New Audio: Nature Sounds Re-Issues a Late and Under-Appreciated Soul Classic

The Exciters were a Queens, NY-based R&B and soul quartet that could actually trace their origins to when its founding members Brenda Reid (lead vocals), Carolyn “Carol” Johnson (vocals), Lillian Walker (vocals) and Sylvia Wilbur (voclas) formed an all-girl vocal act, The Masterettes as a sister group to another local act The Masters in 1961. As The Masterettes, Reid, Johnson, Walker and Wilbur released their first single “Follow the Leader” in early 1962; however, Wilbur left shortly after the single’s release and was replaced with Penny Carter. And with their new member The Masterettes auditioned for renowned songwriting and production duo Jerry Leiber and Mike Stoller, eventually winning a recording contract. Shortly after the contract was signed Carter left and was replaced by The Masters’ Herb Rooney, who later married Reid, and of course with the addition of Rooney, the quartet officially changed their name to The Exciters.

As The Exciters, the Queens-based R&B/soul quartet rose to national prominence with their 1962 smash hit “Tell Him,” which landed at number 4 on the US pop charts. The act continued to release well-regarded music for several years, including 1969’s Caviar and Chitlins through RCA Records, during what may be one of the most important, influential and commercially successful periods of the genre’s history. Coincidentally, some years later The Exciters’ Rooney would go on to write and produce Melvin Bliss’ Synthetic Substitution, which is arguably one of the more sampled albums in hip-hop.

Despite The Exciters’ relative success, Caviar and Chitlins had been out of print for several decades, until Brooklyn-based label Nature Sounds, a label that has released works from J. Dilla, Doom, Camp Lo and Masta Killa, recently released a vinyl re-issue, as well as the first digital release of the material ever. The re-issue’s first single is the sensual “Fight That Feelin,'” a song in which its narrator expresses that her desire for her lover has become insatiable, that her lover is much like a drug she can’t quit. And my goodness, this track should remind you of your parents soul collection and old episodes of Soul Train.

New Audio: Amber Run’s Brooding and Anthemic Single

Initially comprised of founding members Joe Keogh, Tom Sperring and Will Jones, along with Felix Archer, and Henry Wyatt, the Nottingham, UK-based indie rock band Amber Run can trace its origins to when its founding trio of Keogh, Sperring and Jones, who had been friends since attending Dr. Challoner’s Grammar School in Buckinghamshire started an alt rock band together. Keogh, Sperring and Jones met Archer and Wyatt while they were all studying Humanities and Law at the University of Nottingham. Keogh had started a solo recording project that started to receive some attention; but as the as the story goes, the members of the then-quintet started to jam together one day and recognized that they had an undeniable simpatico — and the members of the band decided to quit school in their sophomore year, to fully focus on music.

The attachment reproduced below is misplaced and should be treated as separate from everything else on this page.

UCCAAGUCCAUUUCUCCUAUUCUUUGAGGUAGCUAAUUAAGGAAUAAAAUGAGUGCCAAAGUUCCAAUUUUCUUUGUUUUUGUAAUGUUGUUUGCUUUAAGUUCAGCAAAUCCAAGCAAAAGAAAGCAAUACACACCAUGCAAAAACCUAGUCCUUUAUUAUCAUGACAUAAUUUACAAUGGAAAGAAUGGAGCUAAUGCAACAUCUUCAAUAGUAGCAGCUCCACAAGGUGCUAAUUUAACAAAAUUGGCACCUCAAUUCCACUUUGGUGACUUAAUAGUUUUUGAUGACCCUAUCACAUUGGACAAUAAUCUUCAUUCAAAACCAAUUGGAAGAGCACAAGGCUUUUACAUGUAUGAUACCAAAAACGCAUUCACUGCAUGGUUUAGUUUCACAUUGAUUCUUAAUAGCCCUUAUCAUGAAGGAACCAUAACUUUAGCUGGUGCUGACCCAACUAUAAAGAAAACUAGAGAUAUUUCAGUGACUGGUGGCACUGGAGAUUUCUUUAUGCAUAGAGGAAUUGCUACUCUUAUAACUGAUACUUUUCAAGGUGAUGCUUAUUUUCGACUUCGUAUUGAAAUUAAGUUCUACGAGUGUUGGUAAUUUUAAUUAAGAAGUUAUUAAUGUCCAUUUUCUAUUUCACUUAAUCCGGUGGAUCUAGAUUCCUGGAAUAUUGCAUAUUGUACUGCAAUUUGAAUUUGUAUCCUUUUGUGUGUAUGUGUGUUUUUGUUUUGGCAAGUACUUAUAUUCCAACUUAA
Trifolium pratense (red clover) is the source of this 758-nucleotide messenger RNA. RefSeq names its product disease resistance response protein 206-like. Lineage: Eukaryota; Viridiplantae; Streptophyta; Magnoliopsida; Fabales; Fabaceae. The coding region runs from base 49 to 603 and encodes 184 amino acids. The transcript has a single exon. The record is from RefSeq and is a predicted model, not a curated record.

Within their first few shows, they captured the attention of BBC’s Dean Jackson, who featured the band on the BBC Introducing Stage at 2013’s Reading Festival, which eventually resulted in the band signing to RCA Records, who released the band’s first three EPs, Noah, Spark and Pilot and their full-length debut, 5am; however, by the following year, the members of the band had been dropped by their label. Instead of giving up in frustration, the members of the band had come to the same conclusion: the songs they had been working on were worth pursuing and that they needed to write and record an album, despite not having a label and being in the midst of severe of financial troubles. And naturally, that meant the band taking matters into their own hands. But by February 2016, the band found themselves at one of their lowest points as a band — they were in a creative rut, Archer had left the band and the band was close to closing up shop.

Produced by Ben Allen, who has worked with Bombay Bicycle Club, Deerhunter, Washed Out and CeeLo Green, Amber Run’s follow-up For A Moment, I Was Lost is slated for release on Friday through renowned indie label Dine Alone Records and the album is influenced by the band’s own torment, fear, anger, betrayal and learning how to progress past ill-feelings to personal and artistic growth — while trying to write and record the best and most authentic material possible. And as you’ll hear on the album’s second and latest single “Perfect,” the band’s sound manages to be their most brooding — and while nodding at The Stills, Foals, Brit Pop and New Wave, the newly-consittued British quartet pairs that brooding air with a soaring, anthemic hook. What the song reveals is that they can pair real life emotions with a cathartic, adrenaline rush of arena rock.